I was raised in a Black Christian household, a Black Christian community, and was sent to Catholic schools despite the worry I would be contaminated by a religious perspective that most the people in Black eschatological-charisma at the time were convinced was a glorified cult if not outright demonic. I am the granddaughter of a woman who founded and pastored a Black Pentacostal storefront church, Lazarus House of Prayer, in Harlem at a time when Black women preachers – heck women preachers period – were not only an anomaly but anathema in most Black charismatic Christian denominations – heck most Christian denominations period, despite the fact that there have been Black women preachers and congregational leaders since forever. I remember playing the washboard in that church as a very young child. [If you don’t know what that means, check this sister in the black top in this video.] When I was 8 or 9 years old, I “gave my life to Christ” and became “born again” at a revival in Madison Square Garden held by Rev. Frederick K. C. Price. I have been in and out of ministry training, alternatively running from a pastoral calling, embracing it, and now, restructuring my entire religio-philosophical framework.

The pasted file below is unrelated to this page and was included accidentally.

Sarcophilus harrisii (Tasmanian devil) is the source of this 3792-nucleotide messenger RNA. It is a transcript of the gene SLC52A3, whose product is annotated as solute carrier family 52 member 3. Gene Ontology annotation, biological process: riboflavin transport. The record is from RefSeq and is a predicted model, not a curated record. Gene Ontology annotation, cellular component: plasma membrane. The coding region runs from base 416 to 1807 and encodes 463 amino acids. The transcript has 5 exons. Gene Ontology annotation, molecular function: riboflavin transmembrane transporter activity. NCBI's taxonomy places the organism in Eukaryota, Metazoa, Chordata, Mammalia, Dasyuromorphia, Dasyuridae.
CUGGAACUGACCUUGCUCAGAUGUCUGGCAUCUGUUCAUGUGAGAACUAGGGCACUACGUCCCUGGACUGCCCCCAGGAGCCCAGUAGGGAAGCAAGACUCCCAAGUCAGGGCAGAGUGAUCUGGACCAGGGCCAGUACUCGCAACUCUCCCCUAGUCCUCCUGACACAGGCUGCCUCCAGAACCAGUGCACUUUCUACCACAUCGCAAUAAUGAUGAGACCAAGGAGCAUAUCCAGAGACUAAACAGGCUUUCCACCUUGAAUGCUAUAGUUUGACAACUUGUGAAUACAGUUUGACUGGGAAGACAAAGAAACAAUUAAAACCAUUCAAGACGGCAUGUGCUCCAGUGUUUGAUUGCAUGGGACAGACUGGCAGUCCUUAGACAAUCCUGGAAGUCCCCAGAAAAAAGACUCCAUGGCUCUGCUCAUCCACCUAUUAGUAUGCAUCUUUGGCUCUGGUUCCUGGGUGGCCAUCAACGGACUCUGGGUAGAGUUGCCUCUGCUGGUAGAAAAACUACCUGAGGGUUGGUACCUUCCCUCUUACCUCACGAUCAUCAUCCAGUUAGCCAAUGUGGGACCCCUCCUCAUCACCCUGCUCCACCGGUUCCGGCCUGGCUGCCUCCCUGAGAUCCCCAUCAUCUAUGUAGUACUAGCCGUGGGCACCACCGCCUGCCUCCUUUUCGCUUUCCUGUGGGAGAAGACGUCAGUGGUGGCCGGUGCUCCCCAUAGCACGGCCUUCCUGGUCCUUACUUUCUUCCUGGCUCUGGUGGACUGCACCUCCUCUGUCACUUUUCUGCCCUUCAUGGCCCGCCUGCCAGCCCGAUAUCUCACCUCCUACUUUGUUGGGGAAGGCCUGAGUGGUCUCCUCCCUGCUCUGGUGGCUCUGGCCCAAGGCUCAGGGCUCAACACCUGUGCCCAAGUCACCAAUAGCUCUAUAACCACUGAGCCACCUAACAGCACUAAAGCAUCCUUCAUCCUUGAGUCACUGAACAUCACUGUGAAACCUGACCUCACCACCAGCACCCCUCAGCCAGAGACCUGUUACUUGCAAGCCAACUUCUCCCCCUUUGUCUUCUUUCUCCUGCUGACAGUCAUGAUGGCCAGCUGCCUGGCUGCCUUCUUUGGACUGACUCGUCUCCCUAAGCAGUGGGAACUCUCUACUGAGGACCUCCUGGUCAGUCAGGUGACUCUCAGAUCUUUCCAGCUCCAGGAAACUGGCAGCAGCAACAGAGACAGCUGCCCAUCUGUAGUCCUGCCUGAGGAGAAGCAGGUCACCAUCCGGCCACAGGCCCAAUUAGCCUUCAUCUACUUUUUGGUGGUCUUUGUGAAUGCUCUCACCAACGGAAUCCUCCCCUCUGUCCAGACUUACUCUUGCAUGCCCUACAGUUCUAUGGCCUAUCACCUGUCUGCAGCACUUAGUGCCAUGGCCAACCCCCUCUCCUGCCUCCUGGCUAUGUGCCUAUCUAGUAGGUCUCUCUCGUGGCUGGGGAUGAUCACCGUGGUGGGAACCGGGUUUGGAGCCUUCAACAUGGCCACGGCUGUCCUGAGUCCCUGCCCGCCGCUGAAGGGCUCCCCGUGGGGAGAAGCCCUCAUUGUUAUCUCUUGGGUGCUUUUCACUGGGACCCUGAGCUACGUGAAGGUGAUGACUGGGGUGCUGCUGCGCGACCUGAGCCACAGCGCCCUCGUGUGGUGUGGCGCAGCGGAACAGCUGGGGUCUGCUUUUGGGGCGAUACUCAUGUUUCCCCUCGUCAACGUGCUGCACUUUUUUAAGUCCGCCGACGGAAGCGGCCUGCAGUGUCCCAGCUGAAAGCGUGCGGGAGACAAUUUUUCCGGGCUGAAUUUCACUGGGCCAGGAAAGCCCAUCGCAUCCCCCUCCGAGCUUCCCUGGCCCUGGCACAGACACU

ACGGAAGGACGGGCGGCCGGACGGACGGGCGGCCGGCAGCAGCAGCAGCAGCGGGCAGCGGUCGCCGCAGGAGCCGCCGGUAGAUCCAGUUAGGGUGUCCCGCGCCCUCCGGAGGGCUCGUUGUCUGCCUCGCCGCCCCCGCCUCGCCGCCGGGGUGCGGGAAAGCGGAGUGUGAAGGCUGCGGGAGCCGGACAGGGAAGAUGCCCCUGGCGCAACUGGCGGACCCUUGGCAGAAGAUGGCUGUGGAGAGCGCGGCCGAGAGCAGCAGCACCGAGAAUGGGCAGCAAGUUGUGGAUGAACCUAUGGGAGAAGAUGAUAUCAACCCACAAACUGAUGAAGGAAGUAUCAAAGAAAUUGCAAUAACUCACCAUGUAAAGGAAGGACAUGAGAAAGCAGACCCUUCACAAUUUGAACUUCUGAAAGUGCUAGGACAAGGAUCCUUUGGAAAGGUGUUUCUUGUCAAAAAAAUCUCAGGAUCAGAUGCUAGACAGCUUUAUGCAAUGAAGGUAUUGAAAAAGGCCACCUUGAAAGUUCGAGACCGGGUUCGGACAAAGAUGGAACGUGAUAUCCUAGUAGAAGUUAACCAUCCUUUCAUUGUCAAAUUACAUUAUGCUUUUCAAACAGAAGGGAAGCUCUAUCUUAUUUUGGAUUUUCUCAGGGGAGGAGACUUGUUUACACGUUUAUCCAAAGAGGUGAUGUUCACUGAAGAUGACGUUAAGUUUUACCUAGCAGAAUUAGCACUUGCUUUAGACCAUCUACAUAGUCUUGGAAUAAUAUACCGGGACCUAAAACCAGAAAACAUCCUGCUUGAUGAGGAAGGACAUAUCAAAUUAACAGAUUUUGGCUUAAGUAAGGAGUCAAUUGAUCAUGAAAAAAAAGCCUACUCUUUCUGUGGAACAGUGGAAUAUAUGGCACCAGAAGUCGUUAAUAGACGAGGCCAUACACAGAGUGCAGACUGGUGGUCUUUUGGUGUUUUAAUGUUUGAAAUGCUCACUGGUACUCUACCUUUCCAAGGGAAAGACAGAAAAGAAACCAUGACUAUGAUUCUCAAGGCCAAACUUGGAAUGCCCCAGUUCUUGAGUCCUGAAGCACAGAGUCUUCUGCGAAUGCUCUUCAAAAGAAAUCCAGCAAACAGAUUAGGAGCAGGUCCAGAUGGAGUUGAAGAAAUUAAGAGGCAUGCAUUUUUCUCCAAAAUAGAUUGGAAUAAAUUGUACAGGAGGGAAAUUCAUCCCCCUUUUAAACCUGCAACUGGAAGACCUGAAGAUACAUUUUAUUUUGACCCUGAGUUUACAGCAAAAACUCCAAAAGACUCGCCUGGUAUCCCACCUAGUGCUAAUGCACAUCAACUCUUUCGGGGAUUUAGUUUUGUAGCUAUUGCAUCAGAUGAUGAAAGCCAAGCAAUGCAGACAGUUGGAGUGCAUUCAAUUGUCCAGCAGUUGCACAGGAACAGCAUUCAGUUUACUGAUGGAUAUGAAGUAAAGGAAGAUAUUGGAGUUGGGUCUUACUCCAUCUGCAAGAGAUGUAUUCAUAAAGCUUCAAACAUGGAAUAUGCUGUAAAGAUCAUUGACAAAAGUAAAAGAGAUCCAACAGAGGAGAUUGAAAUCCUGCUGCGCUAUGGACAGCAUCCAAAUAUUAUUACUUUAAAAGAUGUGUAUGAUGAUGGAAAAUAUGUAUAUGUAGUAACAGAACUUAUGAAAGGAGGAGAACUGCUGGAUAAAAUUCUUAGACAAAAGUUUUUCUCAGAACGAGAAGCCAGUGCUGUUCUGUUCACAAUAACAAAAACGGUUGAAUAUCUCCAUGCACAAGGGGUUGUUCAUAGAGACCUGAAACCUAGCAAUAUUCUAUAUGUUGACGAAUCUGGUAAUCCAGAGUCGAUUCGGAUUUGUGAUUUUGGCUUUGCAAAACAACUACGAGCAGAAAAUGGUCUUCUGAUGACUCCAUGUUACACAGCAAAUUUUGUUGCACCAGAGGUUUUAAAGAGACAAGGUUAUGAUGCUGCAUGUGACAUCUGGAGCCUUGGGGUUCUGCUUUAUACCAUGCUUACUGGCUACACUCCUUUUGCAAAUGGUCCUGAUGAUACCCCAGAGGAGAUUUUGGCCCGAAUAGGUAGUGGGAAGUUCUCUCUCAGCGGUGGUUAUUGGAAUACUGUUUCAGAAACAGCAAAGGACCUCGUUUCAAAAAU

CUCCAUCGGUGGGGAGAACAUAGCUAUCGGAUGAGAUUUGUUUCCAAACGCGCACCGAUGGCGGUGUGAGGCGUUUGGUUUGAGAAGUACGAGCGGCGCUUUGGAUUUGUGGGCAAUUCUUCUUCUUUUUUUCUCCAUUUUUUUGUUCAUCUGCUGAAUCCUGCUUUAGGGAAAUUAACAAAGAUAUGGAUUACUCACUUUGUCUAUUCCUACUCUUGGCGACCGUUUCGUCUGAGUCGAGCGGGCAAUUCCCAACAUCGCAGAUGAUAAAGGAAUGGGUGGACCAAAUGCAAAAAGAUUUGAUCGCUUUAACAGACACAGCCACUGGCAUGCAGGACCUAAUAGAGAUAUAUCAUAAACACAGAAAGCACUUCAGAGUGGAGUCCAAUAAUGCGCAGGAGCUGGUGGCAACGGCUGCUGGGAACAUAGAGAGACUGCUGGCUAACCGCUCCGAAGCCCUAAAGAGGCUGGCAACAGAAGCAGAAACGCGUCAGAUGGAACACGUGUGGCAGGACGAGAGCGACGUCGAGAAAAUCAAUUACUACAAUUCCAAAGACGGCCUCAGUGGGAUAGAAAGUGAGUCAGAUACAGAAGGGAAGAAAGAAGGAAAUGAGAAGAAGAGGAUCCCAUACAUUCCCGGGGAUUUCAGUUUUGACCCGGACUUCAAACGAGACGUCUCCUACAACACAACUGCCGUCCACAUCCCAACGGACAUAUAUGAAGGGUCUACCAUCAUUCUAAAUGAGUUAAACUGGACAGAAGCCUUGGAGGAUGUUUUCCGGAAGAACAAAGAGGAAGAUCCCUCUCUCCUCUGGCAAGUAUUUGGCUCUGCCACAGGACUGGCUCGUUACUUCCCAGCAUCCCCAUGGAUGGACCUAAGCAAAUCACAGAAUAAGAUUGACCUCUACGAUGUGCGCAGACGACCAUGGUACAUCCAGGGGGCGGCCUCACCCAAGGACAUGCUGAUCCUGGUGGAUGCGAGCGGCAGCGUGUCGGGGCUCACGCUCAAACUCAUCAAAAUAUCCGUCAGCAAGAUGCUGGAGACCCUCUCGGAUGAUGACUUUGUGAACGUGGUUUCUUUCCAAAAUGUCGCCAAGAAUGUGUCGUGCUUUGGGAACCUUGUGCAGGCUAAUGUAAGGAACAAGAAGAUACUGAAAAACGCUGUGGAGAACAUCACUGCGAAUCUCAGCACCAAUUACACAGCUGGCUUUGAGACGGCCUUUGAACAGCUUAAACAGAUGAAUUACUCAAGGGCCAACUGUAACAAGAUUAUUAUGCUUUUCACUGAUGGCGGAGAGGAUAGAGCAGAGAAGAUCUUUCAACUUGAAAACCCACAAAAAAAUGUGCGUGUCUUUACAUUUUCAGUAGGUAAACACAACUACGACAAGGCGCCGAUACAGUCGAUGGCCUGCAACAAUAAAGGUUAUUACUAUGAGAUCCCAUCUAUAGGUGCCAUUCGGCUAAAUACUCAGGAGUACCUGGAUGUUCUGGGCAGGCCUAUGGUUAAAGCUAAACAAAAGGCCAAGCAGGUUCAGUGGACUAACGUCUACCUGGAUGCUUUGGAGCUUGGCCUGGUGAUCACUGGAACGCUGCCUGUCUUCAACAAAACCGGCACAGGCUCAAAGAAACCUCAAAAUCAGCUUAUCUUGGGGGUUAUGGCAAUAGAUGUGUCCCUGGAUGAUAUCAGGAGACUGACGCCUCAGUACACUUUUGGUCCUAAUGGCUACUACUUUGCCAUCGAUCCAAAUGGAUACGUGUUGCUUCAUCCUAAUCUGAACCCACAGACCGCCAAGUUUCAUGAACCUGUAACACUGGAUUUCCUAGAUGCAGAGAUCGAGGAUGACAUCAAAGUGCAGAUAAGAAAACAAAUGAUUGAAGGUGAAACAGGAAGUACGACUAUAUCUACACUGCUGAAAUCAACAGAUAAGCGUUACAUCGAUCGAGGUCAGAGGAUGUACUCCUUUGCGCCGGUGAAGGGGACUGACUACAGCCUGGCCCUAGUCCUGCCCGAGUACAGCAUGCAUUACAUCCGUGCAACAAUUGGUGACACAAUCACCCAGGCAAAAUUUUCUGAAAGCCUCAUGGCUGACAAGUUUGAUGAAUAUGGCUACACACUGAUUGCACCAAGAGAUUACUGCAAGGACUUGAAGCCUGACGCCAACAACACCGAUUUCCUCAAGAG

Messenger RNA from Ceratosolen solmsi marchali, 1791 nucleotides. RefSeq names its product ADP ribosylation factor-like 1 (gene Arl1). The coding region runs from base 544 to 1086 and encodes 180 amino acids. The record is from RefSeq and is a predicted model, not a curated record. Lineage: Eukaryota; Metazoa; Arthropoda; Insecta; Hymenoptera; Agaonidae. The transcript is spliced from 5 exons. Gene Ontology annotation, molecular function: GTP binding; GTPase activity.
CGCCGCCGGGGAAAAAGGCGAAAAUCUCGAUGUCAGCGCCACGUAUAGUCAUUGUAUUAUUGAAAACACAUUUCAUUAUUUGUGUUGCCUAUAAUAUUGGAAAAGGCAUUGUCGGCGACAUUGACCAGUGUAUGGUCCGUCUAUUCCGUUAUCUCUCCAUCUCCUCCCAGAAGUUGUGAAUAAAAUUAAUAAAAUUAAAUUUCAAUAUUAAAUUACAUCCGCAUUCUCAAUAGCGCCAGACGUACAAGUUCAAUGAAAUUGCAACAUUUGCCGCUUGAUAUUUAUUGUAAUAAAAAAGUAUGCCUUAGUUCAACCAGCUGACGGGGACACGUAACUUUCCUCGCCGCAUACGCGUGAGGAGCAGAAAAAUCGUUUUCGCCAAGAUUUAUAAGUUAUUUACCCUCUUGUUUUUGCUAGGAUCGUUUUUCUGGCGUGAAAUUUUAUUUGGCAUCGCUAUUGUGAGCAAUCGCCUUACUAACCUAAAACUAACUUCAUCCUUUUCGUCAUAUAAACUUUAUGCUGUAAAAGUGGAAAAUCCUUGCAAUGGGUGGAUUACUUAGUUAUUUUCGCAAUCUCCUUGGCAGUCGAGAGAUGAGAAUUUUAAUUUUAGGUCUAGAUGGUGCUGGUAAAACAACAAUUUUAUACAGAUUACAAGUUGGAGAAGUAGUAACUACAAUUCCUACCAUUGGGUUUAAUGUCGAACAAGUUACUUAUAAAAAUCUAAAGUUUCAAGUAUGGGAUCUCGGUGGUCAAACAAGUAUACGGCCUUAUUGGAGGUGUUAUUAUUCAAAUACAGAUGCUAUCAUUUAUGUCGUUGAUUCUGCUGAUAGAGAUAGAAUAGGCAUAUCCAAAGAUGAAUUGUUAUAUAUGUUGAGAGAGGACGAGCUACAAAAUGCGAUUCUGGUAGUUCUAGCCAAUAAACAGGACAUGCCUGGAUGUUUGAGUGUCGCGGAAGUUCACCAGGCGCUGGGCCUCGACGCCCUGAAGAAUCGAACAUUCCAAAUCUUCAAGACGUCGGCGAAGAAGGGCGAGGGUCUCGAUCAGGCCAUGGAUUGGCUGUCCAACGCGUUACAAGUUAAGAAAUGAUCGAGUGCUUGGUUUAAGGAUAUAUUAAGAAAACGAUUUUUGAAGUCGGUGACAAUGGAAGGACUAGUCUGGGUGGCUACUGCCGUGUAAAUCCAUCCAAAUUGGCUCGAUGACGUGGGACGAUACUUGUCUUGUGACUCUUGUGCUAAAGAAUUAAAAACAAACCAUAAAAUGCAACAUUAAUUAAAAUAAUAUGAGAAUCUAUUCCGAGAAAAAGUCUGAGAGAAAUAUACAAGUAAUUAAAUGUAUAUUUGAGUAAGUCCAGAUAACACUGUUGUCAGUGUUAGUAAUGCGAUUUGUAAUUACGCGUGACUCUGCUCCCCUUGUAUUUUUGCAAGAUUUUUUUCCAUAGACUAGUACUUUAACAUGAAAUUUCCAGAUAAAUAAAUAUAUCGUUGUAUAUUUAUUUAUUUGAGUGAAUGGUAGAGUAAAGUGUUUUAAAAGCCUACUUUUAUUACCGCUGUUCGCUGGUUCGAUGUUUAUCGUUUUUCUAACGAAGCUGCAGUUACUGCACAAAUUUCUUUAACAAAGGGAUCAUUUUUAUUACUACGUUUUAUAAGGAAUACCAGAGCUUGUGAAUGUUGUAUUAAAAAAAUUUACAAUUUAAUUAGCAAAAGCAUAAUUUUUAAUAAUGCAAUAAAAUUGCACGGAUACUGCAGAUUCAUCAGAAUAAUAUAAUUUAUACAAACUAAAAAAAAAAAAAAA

In other words, I was taught and constantly wrestled with the assertion that mental illness is rooted in demonic possession at worst and failure to fully receive the healing of Christ at best. That prayer was the best medication. That daily meditation on God’s word (the Bible) was the only necessary prescription. Many today scoff at these beliefs and declare them backwards and destructive. And. For a people whose lives were so full of stress from living in a racist society, whose access to quality healthcare was next to nil, whose neighborhoods were devoid of mental health centers beyond the liquor stores, the reefer man, and the drug dealers, what other resource did they have? In the absence of other means, God was always present if you just called on him in the midnight hour.